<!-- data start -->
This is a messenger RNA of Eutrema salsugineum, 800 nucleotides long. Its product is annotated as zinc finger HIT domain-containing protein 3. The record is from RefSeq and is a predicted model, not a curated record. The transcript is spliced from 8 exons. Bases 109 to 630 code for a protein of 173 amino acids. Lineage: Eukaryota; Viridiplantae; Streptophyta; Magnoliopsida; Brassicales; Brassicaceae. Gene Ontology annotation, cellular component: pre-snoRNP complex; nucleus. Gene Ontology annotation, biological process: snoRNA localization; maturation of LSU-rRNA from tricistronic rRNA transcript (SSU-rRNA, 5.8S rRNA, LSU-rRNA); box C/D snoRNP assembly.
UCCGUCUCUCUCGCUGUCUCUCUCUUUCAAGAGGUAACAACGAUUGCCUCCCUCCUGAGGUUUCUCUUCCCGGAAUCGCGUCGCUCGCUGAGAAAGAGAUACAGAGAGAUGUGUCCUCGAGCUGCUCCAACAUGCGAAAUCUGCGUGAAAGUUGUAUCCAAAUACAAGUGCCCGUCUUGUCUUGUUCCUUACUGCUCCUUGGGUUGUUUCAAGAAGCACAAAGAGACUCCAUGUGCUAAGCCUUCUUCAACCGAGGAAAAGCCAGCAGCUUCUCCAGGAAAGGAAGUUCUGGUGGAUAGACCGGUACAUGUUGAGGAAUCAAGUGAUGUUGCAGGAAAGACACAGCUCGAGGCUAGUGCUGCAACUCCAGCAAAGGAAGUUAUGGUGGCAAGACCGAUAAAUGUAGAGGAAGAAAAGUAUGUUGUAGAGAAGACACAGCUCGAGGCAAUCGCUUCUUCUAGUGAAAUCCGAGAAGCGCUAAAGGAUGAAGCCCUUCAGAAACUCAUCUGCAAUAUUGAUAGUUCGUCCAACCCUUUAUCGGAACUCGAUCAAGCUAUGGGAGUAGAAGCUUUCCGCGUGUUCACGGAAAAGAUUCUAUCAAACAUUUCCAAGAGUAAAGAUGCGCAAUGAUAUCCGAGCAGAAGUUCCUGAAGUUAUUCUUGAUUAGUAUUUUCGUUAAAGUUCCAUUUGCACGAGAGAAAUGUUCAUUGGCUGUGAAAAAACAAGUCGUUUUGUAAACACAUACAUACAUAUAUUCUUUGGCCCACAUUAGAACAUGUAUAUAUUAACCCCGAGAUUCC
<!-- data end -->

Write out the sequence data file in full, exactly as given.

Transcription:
This is a messenger RNA of Eutrema salsugineum, 800 nucleotides long. Its product is annotated as zinc finger HIT domain-containing protein 3. The record is from RefSeq and is a predicted model, not a curated record. The transcript is spliced from 8 exons. Bases 109 to 630 code for a protein of 173 amino acids. Lineage: Eukaryota; Viridiplantae; Streptophyta; Magnoliopsida; Brassicales; Brassicaceae. Gene Ontology annotation, cellular component: pre-snoRNP complex; nucleus. Gene Ontology annotation, biological process: snoRNA localization; maturation of LSU-rRNA from tricistronic rRNA transcript (SSU-rRNA, 5.8S rRNA, LSU-rRNA); box C/D snoRNP assembly.
UCCGUCUCUCUCGCUGUCUCUCUCUUUCAAGAGGUAACAACGAUUGCCUCCCUCCUGAGGUUUCUCUUCCCGGAAUCGCGUCGCUCGCUGAGAAAGAGAUACAGAGAGAUGUGUCCUCGAGCUGCUCCAACAUGCGAAAUCUGCGUGAAAGUUGUAUCCAAAUACAAGUGCCCGUCUUGUCUUGUUCCUUACUGCUCCUUGGGUUGUUUCAAGAAGCACAAAGAGACUCCAUGUGCUAAGCCUUCUUCAACCGAGGAAAAGCCAGCAGCUUCUCCAGGAAAGGAAGUUCUGGUGGAUAGACCGGUACAUGUUGAGGAAUCAAGUGAUGUUGCAGGAAAGACACAGCUCGAGGCUAGUGCUGCAACUCCAGCAAAGGAAGUUAUGGUGGCAAGACCGAUAAAUGUAGAGGAAGAAAAGUAUGUUGUAGAGAAGACACAGCUCGAGGCAAUCGCUUCUUCUAGUGAAAUCCGAGAAGCGCUAAAGGAUGAAGCCCUUCAGAAACUCAUCUGCAAUAUUGAUAGUUCGUCCAACCCUUUAUCGGAACUCGAUCAAGCUAUGGGAGUAGAAGCUUUCCGCGUGUUCACGGAAAAGAUUCUAUCAAACAUUUCCAAGAGUAAAGAUGCGCAAUGAUAUCCGAGCAGAAGUUCCUGAAGUUAUUCUUGAUUAGUAUUUUCGUUAAAGUUCCAUUUGCACGAGAGAAAUGUUCAUUGGCUGUGAAAAAACAAGUCGUUUUGUAAACACAUACAUACAUAUAUUCUUUGGCCCACAUUAGAACAUGUAUAUAUUAACCCCGAGAUUCC